10 2. How Power Price Trends Compare to General Price Inflation Table 1: Price & Productivity Trends of the U.S. Economy, Gross Domestic Product Price Index a Multifactor Productivity, U.S. Private Business Sector b U.S. Input Price Inflation Year Index Growth Rate [A] d Index Growth Rate [B] d Growth Rate [A+B] d % % 8.89% % % 3.07% % % 3.63% % % 1.06% % % 6.03% % % 2.91% % % 4.81% % % 2.84% % % 4.49% % % 1.88% % % 3.37% % % 4.94% % % 3.92% % % 5.31% % % 5.05% % % 5.81% % % 3.32% % % 6.69% % % 4.45% % % 5.03% % % 7.99% % % 7.02% % % 8.24% % % 5.06% % % 10.04% % % 9.26% % % 7.82% % % 8.07% % % 7.61% % % 6.47% % % 9.19% % % 2.55% % % 6.65% % % 6.74% % % 4.26% % % 3.78% % % 2.90% % % 4.14% % % 4.27% % % 4.46% % % 2.76% % % 4.90% % % 2.71% % % 3.17% % % 1.71% % % 3.67% % % 2.48% % % 2.24% % % 2.76% % % 3.46% % % 2.47% % % 3.61% % NA NA NA % NA NA NA c 2.15% NA NA NA Average Annual Growth Rates d % 1.26% 4.81% % NA NA a Source: Bureau of Economic Analysis b Source: Bureau of Labor Statistics c The 2005 index value is the ratio of Quarter II 2005 value and Quarter II 2004 value multiplied by 2004 value d Growth rates are computed logarithmically NA=Not Available 2 Edison Electric Institute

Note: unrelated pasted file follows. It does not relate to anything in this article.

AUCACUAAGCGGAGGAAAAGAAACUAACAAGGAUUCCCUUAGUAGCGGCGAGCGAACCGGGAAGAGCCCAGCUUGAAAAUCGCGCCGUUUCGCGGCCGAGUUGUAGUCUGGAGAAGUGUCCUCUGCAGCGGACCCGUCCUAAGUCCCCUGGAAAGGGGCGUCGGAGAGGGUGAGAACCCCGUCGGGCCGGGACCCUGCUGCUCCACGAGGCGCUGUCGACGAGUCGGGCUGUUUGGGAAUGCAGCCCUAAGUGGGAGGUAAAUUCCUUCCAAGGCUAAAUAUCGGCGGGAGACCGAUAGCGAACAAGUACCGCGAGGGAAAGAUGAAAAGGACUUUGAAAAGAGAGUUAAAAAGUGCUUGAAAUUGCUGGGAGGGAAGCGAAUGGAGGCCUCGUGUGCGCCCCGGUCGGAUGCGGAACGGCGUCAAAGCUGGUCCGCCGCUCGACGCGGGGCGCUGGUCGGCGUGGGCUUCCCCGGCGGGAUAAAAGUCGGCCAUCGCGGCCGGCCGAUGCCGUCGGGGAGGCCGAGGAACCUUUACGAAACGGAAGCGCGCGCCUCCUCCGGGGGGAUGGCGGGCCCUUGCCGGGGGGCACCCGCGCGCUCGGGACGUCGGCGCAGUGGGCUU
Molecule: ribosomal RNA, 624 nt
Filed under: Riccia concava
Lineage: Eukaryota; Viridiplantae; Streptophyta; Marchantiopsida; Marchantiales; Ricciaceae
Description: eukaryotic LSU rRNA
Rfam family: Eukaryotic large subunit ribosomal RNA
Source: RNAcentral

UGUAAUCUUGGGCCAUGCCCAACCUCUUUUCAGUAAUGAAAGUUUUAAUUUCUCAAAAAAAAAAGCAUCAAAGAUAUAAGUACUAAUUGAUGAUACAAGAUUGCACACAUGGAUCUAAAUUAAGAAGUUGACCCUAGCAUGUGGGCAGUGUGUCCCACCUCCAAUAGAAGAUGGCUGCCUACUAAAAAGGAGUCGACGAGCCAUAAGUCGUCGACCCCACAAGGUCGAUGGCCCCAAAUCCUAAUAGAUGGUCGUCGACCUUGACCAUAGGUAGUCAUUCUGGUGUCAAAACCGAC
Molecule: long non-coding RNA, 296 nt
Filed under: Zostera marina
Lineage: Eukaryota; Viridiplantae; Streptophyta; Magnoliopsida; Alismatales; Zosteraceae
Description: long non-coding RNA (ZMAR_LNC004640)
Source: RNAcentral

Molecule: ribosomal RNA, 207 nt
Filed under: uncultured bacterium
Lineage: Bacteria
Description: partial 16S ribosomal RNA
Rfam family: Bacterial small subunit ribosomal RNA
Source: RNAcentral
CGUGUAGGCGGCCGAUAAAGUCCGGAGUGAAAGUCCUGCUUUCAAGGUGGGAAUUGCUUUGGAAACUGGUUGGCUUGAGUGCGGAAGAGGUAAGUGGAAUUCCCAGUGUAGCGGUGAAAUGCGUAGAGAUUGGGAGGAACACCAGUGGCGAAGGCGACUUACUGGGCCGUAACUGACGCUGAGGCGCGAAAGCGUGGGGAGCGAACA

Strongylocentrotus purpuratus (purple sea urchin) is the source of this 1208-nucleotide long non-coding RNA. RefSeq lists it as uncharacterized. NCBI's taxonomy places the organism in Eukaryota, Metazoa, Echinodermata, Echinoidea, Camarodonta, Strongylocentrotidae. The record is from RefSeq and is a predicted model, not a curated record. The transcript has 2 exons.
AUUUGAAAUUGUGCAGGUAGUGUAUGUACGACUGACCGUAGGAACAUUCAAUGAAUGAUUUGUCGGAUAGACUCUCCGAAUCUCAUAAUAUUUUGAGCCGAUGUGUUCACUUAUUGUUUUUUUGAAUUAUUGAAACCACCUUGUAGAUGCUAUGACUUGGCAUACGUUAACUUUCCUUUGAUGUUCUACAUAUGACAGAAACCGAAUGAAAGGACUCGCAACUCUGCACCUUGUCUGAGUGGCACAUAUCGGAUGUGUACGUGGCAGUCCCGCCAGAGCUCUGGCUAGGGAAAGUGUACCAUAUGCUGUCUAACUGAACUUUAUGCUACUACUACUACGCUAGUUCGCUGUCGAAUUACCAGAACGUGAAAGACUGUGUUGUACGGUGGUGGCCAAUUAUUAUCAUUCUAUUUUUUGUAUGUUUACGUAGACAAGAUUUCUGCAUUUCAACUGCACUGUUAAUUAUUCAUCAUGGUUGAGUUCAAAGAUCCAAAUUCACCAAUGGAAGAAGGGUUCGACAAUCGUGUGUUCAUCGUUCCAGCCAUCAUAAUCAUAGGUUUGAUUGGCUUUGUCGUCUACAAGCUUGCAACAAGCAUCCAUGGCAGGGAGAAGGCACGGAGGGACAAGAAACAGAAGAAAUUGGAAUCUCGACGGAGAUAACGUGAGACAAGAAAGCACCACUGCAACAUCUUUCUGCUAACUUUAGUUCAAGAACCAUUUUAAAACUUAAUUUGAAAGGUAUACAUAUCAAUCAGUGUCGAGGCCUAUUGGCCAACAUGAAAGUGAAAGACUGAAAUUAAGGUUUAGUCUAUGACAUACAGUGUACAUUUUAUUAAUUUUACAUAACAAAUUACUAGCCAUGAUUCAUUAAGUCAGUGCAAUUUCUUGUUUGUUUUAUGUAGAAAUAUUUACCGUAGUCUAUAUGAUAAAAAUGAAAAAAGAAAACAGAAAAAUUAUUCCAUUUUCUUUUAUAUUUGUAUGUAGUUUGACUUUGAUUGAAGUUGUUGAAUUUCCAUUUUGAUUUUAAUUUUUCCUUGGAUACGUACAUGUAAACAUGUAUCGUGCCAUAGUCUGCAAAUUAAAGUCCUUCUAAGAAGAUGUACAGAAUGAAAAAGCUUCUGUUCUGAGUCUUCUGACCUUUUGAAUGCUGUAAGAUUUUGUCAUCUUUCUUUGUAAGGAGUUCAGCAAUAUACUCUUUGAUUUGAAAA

11 Assessing Rate Trends of U.S. Electric Utilities Figure 1: Price Inflation in the U.S. Economy, % 9% 8% Logarithmic Growth Rates 7% 6% 5% 4% 3% 2% 1% 0% Year Gross Domestic Product Price Index Figure 2: Price Productivity Trends of the U.S. Economy, Natural Logarithm of Index Value Year Gross Domestic Product Price Index Multifactor Productivity, U.S. Private Business Sector U.S. Input Price Inflation Edison Electric Institute 3